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Thousands of people were displaced by the eruption of the Spanish Canary Islands | European News

Authorities on the Spanish island of La Palma in the Pacific evacuated thousands of people after a volcanic eruption on Sunday caused a landslide that destroyed private homes and threatened to shore.

The Canary Islands Volcanology Institute reported the first eruption shortly after 3pm near the southern end of the island, which last erupted in 1971. The new eruption lasted until Sunday night.

Víctor Torres, president of the Canary Islands, estimates that some 5,000 people have been displaced from their homes. Many, he said, found relatives or friends to pick them up. The rest were in hiding.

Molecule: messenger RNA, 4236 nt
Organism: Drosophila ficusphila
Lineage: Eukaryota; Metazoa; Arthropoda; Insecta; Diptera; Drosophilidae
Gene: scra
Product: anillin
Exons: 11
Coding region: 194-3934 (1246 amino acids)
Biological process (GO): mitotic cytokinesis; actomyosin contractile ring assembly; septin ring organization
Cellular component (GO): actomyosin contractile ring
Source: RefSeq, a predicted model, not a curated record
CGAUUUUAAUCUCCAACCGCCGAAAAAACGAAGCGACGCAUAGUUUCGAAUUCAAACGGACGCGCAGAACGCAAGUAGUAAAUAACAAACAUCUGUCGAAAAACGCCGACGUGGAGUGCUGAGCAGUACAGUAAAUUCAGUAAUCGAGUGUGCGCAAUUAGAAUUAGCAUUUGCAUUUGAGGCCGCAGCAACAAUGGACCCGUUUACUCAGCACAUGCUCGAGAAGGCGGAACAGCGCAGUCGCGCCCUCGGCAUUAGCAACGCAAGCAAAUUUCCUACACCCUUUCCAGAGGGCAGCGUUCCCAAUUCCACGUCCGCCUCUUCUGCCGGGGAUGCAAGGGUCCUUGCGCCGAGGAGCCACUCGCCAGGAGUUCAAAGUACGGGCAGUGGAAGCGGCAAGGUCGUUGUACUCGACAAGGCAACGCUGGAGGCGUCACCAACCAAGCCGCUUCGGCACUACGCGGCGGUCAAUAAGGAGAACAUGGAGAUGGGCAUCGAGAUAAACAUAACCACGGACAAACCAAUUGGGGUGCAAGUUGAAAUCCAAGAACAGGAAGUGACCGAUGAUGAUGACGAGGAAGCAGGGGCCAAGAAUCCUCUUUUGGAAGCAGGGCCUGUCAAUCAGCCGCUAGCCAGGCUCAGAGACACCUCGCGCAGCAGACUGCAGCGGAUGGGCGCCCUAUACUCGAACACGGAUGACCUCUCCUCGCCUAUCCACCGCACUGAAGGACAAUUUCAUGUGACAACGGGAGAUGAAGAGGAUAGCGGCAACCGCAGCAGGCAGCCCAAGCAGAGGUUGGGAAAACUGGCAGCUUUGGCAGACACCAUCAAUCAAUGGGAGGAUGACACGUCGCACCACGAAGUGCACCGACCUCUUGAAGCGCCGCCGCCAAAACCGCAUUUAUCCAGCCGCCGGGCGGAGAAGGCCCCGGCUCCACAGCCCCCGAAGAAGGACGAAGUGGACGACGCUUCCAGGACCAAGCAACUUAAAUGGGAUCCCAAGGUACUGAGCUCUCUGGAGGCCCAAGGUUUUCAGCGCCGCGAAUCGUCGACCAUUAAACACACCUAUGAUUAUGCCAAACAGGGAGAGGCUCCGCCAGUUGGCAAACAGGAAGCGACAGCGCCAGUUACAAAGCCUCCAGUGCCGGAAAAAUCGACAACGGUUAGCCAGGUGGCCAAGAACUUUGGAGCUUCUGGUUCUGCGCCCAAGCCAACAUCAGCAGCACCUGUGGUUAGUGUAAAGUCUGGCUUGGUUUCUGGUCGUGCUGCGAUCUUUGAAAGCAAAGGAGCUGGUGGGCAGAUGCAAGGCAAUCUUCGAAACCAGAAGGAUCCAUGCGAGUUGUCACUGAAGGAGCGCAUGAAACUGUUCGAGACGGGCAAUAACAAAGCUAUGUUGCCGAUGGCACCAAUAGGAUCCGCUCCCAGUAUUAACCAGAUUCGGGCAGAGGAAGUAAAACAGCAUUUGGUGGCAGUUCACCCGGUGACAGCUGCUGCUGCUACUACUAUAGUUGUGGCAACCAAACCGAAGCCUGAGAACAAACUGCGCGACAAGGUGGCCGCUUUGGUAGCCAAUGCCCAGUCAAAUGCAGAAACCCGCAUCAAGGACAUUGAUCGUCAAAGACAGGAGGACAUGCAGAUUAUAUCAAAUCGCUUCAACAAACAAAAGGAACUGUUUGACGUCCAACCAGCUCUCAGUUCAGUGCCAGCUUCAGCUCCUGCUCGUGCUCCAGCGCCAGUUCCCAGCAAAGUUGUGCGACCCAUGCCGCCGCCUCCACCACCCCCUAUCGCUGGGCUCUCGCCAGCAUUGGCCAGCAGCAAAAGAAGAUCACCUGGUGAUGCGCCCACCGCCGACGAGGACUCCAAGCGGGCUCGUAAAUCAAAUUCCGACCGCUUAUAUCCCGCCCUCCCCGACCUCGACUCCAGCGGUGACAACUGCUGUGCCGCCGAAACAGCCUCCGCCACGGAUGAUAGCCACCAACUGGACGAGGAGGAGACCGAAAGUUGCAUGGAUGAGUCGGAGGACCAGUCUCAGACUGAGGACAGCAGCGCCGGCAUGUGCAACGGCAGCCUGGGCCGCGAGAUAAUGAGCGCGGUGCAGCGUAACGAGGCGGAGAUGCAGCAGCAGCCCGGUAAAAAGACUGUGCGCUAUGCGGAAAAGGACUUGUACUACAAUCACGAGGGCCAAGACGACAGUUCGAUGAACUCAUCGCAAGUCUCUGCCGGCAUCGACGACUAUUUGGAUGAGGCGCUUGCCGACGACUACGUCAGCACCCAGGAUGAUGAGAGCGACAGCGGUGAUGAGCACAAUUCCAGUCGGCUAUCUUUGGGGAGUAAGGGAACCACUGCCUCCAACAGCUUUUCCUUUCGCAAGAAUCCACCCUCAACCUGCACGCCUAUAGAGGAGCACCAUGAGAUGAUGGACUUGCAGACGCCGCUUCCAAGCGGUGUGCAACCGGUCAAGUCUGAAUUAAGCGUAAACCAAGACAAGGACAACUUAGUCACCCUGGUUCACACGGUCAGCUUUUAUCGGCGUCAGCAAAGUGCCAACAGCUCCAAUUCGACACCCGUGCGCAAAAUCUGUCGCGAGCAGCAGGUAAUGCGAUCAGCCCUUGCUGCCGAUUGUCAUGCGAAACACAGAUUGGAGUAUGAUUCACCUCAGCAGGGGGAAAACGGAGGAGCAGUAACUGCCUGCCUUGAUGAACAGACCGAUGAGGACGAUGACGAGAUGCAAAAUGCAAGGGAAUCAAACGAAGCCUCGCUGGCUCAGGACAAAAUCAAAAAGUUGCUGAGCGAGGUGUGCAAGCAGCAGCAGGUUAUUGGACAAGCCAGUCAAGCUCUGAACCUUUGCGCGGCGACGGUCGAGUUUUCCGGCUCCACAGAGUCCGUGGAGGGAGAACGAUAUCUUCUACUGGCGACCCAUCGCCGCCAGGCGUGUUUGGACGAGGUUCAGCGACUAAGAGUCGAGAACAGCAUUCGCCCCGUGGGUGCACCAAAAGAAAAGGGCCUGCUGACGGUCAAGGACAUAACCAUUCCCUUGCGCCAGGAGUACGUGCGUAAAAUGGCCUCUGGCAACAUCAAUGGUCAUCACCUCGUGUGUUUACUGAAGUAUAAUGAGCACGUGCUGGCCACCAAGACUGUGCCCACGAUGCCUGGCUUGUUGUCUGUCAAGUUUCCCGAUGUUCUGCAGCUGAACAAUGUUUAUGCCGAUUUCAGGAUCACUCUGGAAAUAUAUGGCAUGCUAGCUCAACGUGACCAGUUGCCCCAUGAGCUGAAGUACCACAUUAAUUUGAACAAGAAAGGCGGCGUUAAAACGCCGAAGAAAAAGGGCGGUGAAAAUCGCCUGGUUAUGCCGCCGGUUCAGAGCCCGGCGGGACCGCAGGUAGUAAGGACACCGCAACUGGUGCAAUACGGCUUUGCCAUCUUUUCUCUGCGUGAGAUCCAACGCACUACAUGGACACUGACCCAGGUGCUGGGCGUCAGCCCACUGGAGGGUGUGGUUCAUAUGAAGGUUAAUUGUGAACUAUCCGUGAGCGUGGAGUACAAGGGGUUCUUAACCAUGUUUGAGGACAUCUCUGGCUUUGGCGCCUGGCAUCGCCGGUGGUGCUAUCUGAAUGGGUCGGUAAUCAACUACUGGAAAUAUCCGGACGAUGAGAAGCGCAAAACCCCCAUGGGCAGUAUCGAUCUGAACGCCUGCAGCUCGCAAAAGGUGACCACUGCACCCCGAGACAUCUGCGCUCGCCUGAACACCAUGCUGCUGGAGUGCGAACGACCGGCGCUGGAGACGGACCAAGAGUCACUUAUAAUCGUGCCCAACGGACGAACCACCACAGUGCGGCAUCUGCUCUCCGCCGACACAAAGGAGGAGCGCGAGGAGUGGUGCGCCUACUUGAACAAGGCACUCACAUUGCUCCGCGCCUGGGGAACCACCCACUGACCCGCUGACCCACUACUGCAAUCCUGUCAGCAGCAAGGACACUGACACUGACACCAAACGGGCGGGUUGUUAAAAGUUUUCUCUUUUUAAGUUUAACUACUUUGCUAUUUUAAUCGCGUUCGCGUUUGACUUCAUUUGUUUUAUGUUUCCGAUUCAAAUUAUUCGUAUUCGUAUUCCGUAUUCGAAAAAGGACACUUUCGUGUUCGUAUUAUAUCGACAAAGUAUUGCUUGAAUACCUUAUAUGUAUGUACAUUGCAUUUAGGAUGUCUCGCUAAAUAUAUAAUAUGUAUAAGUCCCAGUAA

La Palma, with a population of 85,000, is one of the eight volcanic islands in the Spanish Canary Islands off the west coast of Africa. Nearby, the islands are 100km (60 miles) from Morocco.

A magnitude 4.2 earthquake was recorded before the eruption, which occurred in the area known as Cabeza de Vaca sloping westward as the mountain descended to the shore.

The first explosion shook the area, and another black volcanic eruption with a burning tip immediately descended to the suburbs of El Paso. Mayor Sergio Rodríguez said 300 vulnerable people had recently been evacuated, roads were closed and authorities urged them not to approach the site.

The blast also struck at least eight homes, according to local authorities, causing one tower to collapse. Officials have warned that the eruption could also threaten the governments of El Paraiso, Alcala and surrounding areas.

Itahiza Dominguez, chief of quakes at the National Geology Institute in Spain, told Canary Islands Television that while it is too early to determine the extent of the eruption, the “eruption” in the Canary Islands lasts for weeks or months “.

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